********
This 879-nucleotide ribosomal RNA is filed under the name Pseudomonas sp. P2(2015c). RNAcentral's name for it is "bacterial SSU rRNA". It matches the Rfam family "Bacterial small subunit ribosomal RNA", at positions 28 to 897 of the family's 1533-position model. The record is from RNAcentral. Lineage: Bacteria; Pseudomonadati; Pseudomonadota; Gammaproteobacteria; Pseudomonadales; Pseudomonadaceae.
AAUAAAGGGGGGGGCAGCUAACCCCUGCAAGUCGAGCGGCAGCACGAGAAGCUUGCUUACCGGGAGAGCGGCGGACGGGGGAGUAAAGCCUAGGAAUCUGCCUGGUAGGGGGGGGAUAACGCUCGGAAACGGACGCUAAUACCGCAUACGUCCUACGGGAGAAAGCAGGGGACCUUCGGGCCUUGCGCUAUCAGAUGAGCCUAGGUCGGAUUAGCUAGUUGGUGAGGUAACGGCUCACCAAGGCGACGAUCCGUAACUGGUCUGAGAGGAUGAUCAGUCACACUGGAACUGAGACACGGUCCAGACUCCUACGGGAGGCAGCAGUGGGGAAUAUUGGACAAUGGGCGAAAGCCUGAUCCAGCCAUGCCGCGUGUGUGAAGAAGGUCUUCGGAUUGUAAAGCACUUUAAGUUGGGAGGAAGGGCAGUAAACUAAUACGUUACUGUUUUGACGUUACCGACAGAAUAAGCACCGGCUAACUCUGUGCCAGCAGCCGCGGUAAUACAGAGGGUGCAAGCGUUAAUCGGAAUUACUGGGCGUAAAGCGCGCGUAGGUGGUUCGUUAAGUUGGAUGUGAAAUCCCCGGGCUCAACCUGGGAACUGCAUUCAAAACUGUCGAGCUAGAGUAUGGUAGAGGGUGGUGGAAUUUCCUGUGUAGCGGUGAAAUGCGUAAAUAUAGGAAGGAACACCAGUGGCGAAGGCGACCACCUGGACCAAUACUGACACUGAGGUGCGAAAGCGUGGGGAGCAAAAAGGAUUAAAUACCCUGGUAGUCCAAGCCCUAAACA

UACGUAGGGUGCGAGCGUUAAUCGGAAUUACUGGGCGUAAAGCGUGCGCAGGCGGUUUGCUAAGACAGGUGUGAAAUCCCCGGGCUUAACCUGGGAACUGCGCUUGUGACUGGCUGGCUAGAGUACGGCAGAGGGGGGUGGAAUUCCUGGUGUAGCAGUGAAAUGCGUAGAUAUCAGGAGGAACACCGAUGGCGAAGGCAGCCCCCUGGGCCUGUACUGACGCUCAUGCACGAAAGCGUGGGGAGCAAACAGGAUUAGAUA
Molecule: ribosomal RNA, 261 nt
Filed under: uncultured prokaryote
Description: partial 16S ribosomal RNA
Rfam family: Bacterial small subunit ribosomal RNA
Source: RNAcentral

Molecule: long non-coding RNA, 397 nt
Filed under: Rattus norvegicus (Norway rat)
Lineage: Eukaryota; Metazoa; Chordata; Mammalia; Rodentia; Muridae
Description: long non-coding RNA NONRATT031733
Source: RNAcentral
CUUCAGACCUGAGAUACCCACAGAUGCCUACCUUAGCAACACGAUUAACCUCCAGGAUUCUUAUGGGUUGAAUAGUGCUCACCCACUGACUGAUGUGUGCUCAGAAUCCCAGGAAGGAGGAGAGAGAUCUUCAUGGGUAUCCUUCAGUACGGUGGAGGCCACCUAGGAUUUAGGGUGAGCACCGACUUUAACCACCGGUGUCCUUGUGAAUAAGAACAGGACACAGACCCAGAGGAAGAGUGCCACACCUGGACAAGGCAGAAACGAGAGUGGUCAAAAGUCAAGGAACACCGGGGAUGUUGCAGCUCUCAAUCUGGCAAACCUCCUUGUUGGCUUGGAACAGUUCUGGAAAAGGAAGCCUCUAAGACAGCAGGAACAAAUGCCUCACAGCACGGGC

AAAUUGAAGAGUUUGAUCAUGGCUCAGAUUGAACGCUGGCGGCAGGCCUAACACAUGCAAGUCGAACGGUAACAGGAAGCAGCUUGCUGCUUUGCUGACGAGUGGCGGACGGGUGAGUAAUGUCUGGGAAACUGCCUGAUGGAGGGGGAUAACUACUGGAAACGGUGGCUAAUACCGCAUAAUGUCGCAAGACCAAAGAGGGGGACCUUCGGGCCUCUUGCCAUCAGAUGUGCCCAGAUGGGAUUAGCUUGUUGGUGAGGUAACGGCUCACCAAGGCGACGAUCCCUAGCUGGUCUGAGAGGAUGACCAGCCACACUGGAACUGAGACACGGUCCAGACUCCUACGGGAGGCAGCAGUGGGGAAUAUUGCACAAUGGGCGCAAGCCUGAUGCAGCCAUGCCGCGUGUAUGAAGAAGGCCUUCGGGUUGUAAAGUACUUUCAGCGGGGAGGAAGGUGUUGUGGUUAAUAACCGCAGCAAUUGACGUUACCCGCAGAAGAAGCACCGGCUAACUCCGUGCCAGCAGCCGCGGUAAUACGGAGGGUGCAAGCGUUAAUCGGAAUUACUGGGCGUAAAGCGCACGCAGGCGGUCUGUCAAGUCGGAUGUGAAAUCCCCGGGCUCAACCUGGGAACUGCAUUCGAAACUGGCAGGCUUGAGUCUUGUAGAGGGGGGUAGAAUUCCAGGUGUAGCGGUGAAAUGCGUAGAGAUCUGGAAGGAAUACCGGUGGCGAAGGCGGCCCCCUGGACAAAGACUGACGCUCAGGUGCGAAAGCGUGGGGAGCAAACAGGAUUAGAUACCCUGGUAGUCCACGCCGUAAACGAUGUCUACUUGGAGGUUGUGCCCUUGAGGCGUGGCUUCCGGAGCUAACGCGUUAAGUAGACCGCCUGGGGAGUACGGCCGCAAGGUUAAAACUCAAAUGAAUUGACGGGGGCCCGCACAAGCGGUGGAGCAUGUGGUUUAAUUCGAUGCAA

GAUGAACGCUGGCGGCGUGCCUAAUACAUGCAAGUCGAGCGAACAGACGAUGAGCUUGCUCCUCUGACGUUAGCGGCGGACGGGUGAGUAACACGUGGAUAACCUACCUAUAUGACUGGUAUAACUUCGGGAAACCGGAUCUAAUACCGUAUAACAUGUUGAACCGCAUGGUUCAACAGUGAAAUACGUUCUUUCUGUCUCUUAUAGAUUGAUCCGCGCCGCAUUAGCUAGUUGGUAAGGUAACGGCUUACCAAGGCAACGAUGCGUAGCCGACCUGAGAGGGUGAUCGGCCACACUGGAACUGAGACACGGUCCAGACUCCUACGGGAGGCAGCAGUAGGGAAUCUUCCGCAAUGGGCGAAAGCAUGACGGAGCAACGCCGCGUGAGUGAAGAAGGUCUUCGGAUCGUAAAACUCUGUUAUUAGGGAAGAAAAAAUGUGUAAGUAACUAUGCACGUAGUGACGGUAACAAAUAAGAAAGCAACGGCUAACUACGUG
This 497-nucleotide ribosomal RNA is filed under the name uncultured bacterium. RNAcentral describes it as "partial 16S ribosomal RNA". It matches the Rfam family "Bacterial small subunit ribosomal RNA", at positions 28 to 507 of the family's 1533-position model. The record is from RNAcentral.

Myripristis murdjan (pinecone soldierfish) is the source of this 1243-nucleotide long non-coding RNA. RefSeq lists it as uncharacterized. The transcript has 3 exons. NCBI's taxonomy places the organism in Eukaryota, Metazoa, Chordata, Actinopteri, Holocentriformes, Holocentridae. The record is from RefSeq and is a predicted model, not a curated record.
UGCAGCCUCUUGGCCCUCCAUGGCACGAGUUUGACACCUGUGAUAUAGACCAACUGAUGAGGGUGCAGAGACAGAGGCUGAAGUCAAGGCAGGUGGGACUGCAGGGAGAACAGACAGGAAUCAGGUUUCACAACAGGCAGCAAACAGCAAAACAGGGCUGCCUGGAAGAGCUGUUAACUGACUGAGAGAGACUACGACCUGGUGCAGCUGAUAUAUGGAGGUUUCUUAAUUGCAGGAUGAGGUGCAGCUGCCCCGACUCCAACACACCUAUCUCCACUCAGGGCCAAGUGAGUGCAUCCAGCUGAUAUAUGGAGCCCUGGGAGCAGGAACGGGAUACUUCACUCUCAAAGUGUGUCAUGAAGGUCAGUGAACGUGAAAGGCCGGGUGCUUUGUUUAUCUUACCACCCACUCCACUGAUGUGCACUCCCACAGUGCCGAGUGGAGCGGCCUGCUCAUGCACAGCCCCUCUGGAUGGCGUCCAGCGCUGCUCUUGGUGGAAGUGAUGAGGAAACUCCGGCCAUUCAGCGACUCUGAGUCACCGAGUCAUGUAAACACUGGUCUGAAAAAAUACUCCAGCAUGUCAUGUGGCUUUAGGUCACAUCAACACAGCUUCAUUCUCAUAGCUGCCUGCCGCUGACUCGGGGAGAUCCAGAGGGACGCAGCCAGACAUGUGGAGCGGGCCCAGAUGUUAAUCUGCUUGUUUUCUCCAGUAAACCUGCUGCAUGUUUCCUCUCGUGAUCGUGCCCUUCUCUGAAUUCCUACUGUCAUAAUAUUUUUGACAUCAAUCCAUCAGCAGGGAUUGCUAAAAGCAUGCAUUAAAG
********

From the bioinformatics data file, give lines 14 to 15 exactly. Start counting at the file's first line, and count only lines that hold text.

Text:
CUUCAGACCUGAGAUACCCACAGAUGCCUACCUUAGCAACACGAUUAACCUCCAGGAUUCUUAUGGGUUGAAUAGUGCUCACCCACUGACUGAUGUGUGCUCAGAAUCCCAGGAAGGAGGAGAGAGAUCUUCAUGGGUAUCCUUCAGUACGGUGGAGGCCACCUAGGAUUUAGGGUGAGCACCGACUUUAACCACCGGUGUCCUUGUGAAUAAGAACAGGACACAGACCCAGAGGAAGAGUGCCACACCUGGACAAGGCAGAAACGAGAGUGGUCAAAAGUCAAGGAACACCGGGGAUGUUGCAGCUCUCAAUCUGGCAAACCUCCUUGUUGGCUUGGAACAGUUCUGGAAAAGGAAGCCUCUAAGACAGCAGGAACAAAUGCCUCACAGCACGGGC

AAAUUGAAGAGUUUGAUCAUGGCUCAGAUUGAACGCUGGCGGCAGGCCUAACACAUGCAAGUCGAACGGUAACAGGAAGCAGCUUGCUGCUUUGCUGACGAGUGGCGGACGGGUGAGUAAUGUCUGGGAAACUGCCUGAUGGAGGGGGAUAACUACUGGAAACGGUGGCUAAUACCGCAUAAUGUCGCAAGACCAAAGAGGGGGACCUUCGGGCCUCUUGCCAUCAGAUGUGCCCAGAUGGGAUUAGCUUGUUGGUGAGGUAACGGCUCACCAAGGCGACGAUCCCUAGCUGGUCUGAGAGGAUGACCAGCCACACUGGAACUGAGACACGGUCCAGACUCCUACGGGAGGCAGCAGUGGGGAAUAUUGCACAAUGGGCGCAAGCCUGAUGCAGCCAUGCCGCGUGUAUGAAGAAGGCCUUCGGGUUGUAAAGUACUUUCAGCGGGGAGGAAGGUGUUGUGGUUAAUAACCGCAGCAAUUGACGUUACCCGCAGAAGAAGCACCGGCUAACUCCGUGCCAGCAGCCGCGGUAAUACGGAGGGUGCAAGCGUUAAUCGGAAUUACUGGGCGUAAAGCGCACGCAGGCGGUCUGUCAAGUCGGAUGUGAAAUCCCCGGGCUCAACCUGGGAACUGCAUUCGAAACUGGCAGGCUUGAGUCUUGUAGAGGGGGGUAGAAUUCCAGGUGUAGCGGUGAAAUGCGUAGAGAUCUGGAAGGAAUACCGGUGGCGAAGGCGGCCCCCUGGACAAAGACUGACGCUCAGGUGCGAAAGCGUGGGGAGCAAACAGGAUUAGAUACCCUGGUAGUCCACGCCGUAAACGAUGUCUACUUGGAGGUUGUGCCCUUGAGGCGUGGCUUCCGGAGCUAACGCGUUAAGUAGACCGCCUGGGGAGUACGGCCGCAAGGUUAAAACUCAAAUGAAUUGACGGGGGCCCGCACAAGCGGUGGAGCAUGUGGUUUAAUUCGAUGCAA